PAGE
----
It was a delightful blend of rock and reggae, and a crowd of about a hundred people was scattered around, enjoying the music and the weather. There were picnics, and kids and dogs ran all around. People danced, frisbees flew. It felt like LAST summer had finally come, fifteen months late.
Have a good weekend! Stay well, stay cool, and find ways to share your joy.
Your great grandma Billie, my Momma, would have been 100 years old yesterday. She passed away just the month before you were born, so you two never got to know each other. She would have liked you!
She loved two things above all: Her family and her garden. I think she saw all of us as her garden, actually, nourishing and us encouraging us to become our best. Here is a picture of her in her garden.
Wednesday, to celebrate what would have been her 100th birthday, I got on a bus for the first time in a year and a half, and went to The Grotto. The proper name for it is The National Sanctuary of Our Sorrowful Mother.
The Grotto is a beautiful church, sanctuary, and garden in Northeast Portland. It is most famous for its Christmas concert, but the holiday crowds are huge, so I don’t go then. I like it better when it is just me and the birds.
I bought a token for the elevator that takes you from the lower garden, where the Grotto, church, and gift shop is, and rode the hundred feet up to the upper garden, where it is nothing but lovely.
The path that leads around the top passes a meditation chapel, and small shrines to Our Lady, who is Mary, the mother of Jesus. There are statues of Saint Francis of Assisi and St. Jude of Thaddeus. But mostly, there are gardens.
Pines and maples soar up to the sky, azaleas and rhododendrons bloom pink and purple, waterfalls bubble, and birds sing. It the best place I know for walking and thinking peaceful, happy thoughts.
I spent hours in the upper garden. I walked the labyrinth, did a watercolor, and wrote about a momma. I wrote about how her love wasn’t the sort that smothered us or hid us from the world, but let us know that we could go out into the world and be safe. It was a love that got better and stronger as we got older and had some of our prickly edges knocked off.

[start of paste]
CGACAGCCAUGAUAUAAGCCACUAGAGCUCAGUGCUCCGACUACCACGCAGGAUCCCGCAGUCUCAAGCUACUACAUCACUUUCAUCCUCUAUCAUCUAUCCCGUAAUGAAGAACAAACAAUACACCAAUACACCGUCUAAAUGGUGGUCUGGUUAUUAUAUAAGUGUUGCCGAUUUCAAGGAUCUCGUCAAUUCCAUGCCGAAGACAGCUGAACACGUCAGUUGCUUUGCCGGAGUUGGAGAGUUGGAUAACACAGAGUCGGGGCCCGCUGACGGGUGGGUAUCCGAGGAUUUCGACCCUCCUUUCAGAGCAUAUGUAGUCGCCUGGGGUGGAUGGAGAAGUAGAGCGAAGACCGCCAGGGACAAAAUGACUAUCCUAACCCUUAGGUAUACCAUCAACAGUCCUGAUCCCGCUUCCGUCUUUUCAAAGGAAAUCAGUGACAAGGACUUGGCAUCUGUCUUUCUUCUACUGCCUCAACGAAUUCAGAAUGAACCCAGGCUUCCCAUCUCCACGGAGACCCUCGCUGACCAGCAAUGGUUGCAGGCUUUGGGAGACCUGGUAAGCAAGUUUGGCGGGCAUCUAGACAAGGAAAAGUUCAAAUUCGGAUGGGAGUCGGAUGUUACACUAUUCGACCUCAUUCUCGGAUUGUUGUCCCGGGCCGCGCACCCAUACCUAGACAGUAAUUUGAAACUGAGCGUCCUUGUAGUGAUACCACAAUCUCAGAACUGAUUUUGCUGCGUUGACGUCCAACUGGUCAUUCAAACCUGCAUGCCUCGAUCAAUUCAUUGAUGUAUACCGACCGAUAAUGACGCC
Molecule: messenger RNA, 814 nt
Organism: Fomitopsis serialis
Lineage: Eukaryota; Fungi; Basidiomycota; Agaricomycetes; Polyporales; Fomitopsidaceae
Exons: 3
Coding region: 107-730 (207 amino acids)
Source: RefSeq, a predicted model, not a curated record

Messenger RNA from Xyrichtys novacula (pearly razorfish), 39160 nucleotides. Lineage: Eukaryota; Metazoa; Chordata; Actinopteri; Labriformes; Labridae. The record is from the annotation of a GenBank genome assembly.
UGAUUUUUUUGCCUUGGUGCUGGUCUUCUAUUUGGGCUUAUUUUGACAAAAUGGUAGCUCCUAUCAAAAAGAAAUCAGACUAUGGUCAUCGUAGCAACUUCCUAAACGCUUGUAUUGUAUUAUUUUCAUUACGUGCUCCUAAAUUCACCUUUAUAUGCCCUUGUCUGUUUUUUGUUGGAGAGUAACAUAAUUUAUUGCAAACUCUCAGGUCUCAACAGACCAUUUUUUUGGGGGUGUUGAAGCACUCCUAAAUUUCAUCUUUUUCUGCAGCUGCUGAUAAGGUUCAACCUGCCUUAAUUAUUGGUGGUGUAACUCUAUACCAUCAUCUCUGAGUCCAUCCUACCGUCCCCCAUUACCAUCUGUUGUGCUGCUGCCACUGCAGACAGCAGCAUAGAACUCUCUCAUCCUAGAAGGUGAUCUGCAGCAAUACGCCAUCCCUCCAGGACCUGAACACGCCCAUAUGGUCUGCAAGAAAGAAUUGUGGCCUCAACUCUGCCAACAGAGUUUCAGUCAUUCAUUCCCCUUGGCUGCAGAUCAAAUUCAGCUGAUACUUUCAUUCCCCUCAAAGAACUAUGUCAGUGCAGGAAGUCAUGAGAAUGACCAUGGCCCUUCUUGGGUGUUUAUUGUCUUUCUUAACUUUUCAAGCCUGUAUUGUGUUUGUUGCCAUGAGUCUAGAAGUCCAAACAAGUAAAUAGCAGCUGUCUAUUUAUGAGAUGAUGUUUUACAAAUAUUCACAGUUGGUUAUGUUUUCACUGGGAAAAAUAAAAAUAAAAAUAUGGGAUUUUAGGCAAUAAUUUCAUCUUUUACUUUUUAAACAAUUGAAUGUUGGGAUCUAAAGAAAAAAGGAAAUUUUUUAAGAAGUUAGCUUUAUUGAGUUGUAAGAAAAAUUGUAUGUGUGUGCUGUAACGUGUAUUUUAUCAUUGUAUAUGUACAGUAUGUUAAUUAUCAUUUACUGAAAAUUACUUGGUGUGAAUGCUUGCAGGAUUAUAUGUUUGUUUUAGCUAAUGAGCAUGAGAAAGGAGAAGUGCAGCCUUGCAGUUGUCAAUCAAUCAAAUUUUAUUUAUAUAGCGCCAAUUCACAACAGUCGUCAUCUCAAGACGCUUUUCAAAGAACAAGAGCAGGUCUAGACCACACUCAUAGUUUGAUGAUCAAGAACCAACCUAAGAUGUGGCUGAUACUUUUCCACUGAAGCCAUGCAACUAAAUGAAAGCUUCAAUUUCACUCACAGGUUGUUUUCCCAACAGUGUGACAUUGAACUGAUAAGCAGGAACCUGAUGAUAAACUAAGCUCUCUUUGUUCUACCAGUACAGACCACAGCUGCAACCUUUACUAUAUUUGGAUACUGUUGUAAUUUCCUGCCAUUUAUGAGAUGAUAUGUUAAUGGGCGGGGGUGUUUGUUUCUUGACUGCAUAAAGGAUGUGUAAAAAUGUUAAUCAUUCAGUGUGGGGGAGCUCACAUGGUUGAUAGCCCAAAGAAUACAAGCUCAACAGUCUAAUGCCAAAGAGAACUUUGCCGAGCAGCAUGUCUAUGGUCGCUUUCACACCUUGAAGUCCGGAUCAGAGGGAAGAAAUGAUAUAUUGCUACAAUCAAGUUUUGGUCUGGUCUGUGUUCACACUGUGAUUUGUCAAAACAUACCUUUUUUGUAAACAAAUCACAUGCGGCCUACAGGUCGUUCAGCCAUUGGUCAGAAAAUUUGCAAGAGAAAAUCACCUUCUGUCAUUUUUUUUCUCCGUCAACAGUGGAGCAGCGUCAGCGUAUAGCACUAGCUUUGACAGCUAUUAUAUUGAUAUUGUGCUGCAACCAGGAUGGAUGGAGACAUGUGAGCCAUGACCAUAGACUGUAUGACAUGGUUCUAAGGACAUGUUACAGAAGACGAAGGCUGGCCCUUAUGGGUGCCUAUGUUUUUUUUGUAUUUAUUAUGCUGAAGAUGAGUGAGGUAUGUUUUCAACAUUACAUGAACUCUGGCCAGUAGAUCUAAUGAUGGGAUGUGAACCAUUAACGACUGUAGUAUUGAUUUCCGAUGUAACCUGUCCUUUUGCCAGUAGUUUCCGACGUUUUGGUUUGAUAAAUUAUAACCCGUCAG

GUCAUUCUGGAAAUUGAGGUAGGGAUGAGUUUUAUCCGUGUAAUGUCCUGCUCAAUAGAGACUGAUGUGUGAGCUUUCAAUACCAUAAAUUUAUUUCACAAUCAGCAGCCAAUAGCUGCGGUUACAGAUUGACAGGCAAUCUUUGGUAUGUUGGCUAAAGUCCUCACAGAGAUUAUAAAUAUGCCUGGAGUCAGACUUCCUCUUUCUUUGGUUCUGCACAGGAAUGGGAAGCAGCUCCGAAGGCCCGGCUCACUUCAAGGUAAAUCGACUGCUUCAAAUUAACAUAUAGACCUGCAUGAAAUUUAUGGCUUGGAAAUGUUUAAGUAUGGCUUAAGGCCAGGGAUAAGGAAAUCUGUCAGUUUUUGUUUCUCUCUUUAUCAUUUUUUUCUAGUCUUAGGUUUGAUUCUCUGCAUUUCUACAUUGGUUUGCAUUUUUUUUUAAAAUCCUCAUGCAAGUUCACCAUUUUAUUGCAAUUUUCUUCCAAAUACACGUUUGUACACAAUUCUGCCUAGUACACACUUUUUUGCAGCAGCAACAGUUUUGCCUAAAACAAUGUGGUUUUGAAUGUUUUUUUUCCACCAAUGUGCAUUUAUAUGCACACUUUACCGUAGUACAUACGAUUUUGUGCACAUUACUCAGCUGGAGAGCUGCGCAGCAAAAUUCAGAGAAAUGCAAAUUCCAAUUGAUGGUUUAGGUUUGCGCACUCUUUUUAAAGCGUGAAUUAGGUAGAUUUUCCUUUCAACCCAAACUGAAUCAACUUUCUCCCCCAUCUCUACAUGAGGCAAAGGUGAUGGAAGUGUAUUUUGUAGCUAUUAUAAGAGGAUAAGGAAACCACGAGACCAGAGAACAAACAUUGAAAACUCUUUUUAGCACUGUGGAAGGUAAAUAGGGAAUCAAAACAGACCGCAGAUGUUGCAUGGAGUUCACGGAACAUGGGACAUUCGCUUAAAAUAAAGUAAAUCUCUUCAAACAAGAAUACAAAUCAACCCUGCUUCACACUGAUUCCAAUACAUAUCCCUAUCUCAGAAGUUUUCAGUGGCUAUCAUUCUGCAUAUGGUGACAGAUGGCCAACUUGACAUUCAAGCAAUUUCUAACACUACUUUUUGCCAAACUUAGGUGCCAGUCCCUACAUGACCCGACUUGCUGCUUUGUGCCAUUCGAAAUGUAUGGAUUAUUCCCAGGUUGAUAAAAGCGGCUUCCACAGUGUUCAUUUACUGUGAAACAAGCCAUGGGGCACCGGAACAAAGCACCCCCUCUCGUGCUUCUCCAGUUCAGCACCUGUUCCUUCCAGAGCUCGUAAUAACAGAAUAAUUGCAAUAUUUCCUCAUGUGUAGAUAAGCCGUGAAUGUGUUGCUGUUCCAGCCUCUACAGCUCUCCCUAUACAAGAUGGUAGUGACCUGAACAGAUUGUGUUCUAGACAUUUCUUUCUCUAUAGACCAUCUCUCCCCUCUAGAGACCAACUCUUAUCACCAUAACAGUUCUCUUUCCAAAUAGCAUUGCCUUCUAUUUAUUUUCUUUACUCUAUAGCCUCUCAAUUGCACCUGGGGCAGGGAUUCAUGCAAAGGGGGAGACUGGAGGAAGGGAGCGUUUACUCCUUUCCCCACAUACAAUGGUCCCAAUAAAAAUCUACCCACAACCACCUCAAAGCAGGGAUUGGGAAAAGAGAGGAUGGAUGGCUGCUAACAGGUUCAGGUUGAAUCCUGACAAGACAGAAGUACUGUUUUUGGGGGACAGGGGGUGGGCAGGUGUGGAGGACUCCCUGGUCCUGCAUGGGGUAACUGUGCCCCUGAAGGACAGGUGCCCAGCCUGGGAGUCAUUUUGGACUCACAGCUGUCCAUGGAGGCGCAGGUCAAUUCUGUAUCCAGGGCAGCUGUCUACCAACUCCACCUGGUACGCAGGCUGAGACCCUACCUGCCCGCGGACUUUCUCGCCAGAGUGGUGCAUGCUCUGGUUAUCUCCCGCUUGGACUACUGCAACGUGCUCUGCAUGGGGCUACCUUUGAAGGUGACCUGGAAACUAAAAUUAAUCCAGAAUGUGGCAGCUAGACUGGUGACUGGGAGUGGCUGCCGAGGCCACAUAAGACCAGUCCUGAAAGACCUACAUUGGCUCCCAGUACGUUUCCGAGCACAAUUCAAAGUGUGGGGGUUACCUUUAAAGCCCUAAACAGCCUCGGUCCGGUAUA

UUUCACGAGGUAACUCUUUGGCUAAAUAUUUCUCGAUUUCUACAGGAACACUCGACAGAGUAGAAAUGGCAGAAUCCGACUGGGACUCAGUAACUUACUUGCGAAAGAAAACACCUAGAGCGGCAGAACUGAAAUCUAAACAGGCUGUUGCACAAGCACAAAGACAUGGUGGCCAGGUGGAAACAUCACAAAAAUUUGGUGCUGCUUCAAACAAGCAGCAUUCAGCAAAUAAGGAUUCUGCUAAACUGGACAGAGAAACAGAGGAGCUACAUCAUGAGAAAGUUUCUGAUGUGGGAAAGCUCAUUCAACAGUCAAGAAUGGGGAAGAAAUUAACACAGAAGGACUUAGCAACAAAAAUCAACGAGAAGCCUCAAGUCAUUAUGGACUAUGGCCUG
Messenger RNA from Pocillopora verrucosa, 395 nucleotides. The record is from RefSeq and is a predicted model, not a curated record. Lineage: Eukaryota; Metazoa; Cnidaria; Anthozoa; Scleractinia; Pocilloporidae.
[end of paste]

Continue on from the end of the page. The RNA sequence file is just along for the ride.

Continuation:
When I took the elevator back down to earth, and was leaving the Grotto, I found a fellow’s wallet in the middle of the street. Once I got home, I spent the rest of the afternoon trying to get it back to him. With no home address or phone number, it will be a challenge, and I’m still working on it. But it’s what Momma would do.
I have had some real progress in the garden this week!
The zucchini plants are still getting bigger. I wonder when they will start to take over the plot! The tomato plants I put in, from the nursery and from my windowsill, are still alive and getting taller. The carrots are getting taller, as you can see in the picture. But it has been weeks and weeks since I planted them, and I felt the need to know what was going on under the ground. I pulled a medium sized one up!
It is teeny tiny, even for a miniature carrot. But it tastes perfectly carrot-y and gives me hope for a future harvest. I will keep watering and hoping.
The strawberries planted by a previous gardener are coming ripe, but up until now, the squirrels have gotten to them before I did. Not today! Hooray! They were wonderful.
The pumpkin seedling is standing tall, up to about four inches so far. It has a little mound all to itself by the miniature lavender plant.
And most surprising, the replacement radish seeds I put in just last week are coming up! I spaced them out better, so they will have more room to grow than my last crowded bunch. Keep your fingers crossed!
I love having the garden just up the street to play in. Some days I go for a quick stop to water, and others I take a snack and have a nice visit. Love,